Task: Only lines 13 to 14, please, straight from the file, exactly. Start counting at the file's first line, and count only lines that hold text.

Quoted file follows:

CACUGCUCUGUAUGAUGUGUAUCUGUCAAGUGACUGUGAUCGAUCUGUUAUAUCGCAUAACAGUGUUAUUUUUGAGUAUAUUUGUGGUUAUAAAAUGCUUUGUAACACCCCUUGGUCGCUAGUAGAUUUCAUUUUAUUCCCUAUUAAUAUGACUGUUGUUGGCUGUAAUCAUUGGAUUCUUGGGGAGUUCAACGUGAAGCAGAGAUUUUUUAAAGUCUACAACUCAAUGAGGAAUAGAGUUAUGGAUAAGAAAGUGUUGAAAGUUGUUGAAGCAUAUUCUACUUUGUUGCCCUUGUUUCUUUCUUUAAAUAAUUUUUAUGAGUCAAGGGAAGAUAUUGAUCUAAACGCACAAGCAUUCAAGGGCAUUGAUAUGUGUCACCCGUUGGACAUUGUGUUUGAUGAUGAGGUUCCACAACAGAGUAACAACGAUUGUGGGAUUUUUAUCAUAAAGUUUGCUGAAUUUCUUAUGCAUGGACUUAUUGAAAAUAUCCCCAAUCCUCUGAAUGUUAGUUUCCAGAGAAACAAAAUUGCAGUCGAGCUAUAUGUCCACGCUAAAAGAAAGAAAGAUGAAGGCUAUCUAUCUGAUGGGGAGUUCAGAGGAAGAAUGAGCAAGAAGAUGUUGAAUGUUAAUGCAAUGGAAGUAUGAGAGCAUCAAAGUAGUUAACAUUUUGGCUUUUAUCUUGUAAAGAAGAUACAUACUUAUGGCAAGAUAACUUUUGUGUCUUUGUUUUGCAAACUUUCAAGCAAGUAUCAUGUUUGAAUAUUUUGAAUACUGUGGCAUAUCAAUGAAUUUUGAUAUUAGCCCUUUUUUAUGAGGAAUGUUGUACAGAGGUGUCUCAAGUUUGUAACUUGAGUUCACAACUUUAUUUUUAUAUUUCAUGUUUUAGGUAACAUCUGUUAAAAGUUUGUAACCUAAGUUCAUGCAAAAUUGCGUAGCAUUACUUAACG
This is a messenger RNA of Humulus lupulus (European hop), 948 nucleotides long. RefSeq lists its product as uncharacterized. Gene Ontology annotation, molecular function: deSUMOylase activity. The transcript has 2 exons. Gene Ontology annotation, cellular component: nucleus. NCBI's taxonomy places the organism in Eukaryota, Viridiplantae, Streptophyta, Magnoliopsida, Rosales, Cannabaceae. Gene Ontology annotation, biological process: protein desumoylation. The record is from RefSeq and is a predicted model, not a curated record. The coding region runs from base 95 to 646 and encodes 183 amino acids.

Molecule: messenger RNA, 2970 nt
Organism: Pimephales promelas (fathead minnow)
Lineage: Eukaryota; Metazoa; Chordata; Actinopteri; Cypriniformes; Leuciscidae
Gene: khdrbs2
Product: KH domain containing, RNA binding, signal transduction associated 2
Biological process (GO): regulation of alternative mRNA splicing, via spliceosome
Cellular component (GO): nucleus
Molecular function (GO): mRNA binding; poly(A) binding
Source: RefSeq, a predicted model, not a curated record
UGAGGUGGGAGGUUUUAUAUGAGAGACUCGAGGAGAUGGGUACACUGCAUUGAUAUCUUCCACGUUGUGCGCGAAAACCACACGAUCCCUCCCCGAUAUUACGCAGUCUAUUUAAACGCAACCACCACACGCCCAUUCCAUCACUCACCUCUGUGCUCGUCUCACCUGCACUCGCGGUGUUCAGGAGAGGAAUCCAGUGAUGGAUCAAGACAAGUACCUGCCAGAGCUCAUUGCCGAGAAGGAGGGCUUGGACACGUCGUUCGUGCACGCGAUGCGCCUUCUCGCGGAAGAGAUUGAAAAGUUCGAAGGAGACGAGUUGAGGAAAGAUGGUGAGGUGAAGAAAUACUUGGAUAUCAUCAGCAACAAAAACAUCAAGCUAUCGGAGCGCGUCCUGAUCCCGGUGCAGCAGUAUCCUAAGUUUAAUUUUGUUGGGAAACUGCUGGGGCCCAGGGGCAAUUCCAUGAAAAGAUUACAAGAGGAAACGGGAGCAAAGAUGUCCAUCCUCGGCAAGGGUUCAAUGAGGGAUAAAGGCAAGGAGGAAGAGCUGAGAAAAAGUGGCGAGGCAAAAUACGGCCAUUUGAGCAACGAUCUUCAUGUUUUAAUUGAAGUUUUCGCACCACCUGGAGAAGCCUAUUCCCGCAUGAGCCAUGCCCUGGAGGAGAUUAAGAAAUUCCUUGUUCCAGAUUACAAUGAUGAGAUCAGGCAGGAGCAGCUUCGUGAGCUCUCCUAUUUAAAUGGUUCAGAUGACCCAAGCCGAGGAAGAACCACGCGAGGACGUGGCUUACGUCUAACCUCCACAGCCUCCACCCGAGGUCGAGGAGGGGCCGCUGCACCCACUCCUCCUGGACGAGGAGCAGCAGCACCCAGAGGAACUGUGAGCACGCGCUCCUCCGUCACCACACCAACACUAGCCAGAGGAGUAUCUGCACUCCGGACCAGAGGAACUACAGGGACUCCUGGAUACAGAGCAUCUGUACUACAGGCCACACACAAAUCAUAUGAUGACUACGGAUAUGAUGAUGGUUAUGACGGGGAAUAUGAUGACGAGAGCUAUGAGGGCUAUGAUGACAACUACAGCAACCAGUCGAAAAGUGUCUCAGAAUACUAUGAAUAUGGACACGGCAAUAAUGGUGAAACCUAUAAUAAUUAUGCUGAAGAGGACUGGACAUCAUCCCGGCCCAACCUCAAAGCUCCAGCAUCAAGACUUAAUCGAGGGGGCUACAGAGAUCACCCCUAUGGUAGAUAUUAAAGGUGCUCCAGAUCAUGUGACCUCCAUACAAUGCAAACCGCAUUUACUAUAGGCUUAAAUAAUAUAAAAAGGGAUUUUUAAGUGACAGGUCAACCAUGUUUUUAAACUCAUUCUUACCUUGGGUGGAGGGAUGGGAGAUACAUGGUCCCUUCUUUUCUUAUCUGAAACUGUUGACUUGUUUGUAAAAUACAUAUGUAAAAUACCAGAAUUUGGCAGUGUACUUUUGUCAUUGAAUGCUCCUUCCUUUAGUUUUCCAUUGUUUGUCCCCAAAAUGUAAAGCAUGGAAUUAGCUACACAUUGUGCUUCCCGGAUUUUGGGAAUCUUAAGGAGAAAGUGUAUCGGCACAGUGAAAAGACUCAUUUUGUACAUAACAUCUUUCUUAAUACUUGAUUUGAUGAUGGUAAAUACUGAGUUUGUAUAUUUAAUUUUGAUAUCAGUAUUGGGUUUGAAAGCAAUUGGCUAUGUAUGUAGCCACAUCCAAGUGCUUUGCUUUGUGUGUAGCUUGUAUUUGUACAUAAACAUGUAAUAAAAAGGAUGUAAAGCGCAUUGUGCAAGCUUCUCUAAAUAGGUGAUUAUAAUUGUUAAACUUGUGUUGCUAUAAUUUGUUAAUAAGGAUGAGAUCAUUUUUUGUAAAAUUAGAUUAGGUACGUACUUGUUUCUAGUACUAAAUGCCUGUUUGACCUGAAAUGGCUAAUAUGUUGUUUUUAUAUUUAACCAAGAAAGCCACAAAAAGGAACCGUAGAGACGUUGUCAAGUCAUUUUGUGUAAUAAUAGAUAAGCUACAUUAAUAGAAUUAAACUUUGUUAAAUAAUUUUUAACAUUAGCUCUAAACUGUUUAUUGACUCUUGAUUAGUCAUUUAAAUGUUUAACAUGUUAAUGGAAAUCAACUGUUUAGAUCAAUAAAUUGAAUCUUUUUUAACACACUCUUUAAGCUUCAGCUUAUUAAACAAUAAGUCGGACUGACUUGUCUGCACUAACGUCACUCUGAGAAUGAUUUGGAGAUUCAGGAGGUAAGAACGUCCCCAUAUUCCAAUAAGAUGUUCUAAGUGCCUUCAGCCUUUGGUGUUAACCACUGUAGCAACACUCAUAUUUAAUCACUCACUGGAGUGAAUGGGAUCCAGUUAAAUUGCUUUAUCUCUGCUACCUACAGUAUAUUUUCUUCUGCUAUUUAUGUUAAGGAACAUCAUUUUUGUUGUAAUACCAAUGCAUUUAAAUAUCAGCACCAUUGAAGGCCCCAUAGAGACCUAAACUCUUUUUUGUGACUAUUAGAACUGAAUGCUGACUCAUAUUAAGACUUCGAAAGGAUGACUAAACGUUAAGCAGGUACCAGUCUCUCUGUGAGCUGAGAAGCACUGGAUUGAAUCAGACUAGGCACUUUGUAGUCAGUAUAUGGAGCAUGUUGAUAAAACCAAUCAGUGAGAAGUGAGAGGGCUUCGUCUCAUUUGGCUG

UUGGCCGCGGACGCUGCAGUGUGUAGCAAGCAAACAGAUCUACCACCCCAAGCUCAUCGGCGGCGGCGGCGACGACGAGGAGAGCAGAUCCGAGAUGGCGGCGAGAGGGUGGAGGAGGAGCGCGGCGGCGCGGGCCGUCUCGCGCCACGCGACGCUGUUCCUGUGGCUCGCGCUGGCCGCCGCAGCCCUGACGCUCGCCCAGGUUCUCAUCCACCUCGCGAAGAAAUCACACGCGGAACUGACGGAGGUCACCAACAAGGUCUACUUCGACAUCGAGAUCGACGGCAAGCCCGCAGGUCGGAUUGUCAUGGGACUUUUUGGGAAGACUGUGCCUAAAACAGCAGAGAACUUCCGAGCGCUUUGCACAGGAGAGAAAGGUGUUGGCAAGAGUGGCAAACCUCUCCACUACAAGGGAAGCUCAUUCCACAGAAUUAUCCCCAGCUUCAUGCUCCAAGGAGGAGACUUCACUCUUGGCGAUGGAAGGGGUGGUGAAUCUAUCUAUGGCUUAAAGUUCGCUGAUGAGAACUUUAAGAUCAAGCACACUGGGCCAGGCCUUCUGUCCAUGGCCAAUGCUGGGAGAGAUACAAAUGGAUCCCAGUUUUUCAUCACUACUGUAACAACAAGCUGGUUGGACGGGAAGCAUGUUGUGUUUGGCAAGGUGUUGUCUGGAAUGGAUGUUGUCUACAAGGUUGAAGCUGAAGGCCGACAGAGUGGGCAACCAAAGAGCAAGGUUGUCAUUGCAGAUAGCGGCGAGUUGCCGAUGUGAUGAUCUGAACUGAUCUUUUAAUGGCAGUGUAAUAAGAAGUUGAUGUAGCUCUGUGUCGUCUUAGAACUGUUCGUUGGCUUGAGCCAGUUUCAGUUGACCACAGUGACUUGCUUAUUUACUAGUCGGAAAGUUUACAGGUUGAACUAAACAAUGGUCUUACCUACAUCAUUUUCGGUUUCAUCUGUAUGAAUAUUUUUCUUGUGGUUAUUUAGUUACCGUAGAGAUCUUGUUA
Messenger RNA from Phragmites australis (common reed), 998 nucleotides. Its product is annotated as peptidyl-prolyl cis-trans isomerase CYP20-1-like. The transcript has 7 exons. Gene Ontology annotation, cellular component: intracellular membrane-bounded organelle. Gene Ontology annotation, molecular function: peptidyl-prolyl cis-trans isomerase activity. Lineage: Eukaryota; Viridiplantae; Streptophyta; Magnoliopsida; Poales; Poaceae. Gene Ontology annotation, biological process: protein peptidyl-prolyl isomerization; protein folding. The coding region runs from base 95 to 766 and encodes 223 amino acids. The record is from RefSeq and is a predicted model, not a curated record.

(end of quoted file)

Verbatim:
UUGGCCGCGGACGCUGCAGUGUGUAGCAAGCAAACAGAUCUACCACCCCAAGCUCAUCGGCGGCGGCGGCGACGACGAGGAGAGCAGAUCCGAGAUGGCGGCGAGAGGGUGGAGGAGGAGCGCGGCGGCGCGGGCCGUCUCGCGCCACGCGACGCUGUUCCUGUGGCUCGCGCUGGCCGCCGCAGCCCUGACGCUCGCCCAGGUUCUCAUCCACCUCGCGAAGAAAUCACACGCGGAACUGACGGAGGUCACCAACAAGGUCUACUUCGACAUCGAGAUCGACGGCAAGCCCGCAGGUCGGAUUGUCAUGGGACUUUUUGGGAAGACUGUGCCUAAAACAGCAGAGAACUUCCGAGCGCUUUGCACAGGAGAGAAAGGUGUUGGCAAGAGUGGCAAACCUCUCCACUACAAGGGAAGCUCAUUCCACAGAAUUAUCCCCAGCUUCAUGCUCCAAGGAGGAGACUUCACUCUUGGCGAUGGAAGGGGUGGUGAAUCUAUCUAUGGCUUAAAGUUCGCUGAUGAGAACUUUAAGAUCAAGCACACUGGGCCAGGCCUUCUGUCCAUGGCCAAUGCUGGGAGAGAUACAAAUGGAUCCCAGUUUUUCAUCACUACUGUAACAACAAGCUGGUUGGACGGGAAGCAUGUUGUGUUUGGCAAGGUGUUGUCUGGAAUGGAUGUUGUCUACAAGGUUGAAGCUGAAGGCCGACAGAGUGGGCAACCAAAGAGCAAGGUUGUCAUUGCAGAUAGCGGCGAGUUGCCGAUGUGAUGAUCUGAACUGAUCUUUUAAUGGCAGUGUAAUAAGAAGUUGAUGUAGCUCUGUGUCGUCUUAGAACUGUUCGUUGGCUUGAGCCAGUUUCAGUUGACCACAGUGACUUGCUUAUUUACUAGUCGGAAAGUUUACAGGUUGAACUAAACAAUGGUCUUACCUACAUCAUUUUCGGUUUCAUCUGUAUGAAUAUUUUUCUUGUGGUUAUUUAGUUACCGUAGAGAUCUUGUUA
Messenger RNA from Phragmites australis (common reed), 998 nucleotides. Its product is annotated as peptidyl-prolyl cis-trans isomerase CYP20-1-like. The transcript has 7 exons. Gene Ontology annotation, cellular component: intracellular membrane-bounded organelle. Gene Ontology annotation, molecular function: peptidyl-prolyl cis-trans isomerase activity. Lineage: Eukaryota; Viridiplantae; Streptophyta; Magnoliopsida; Poales; Poaceae. Gene Ontology annotation, biological process: protein peptidyl-prolyl isomerization; protein folding. The coding region runs from base 95 to 766 and encodes 223 amino acids. The record is from RefSeq and is a predicted model, not a curated record.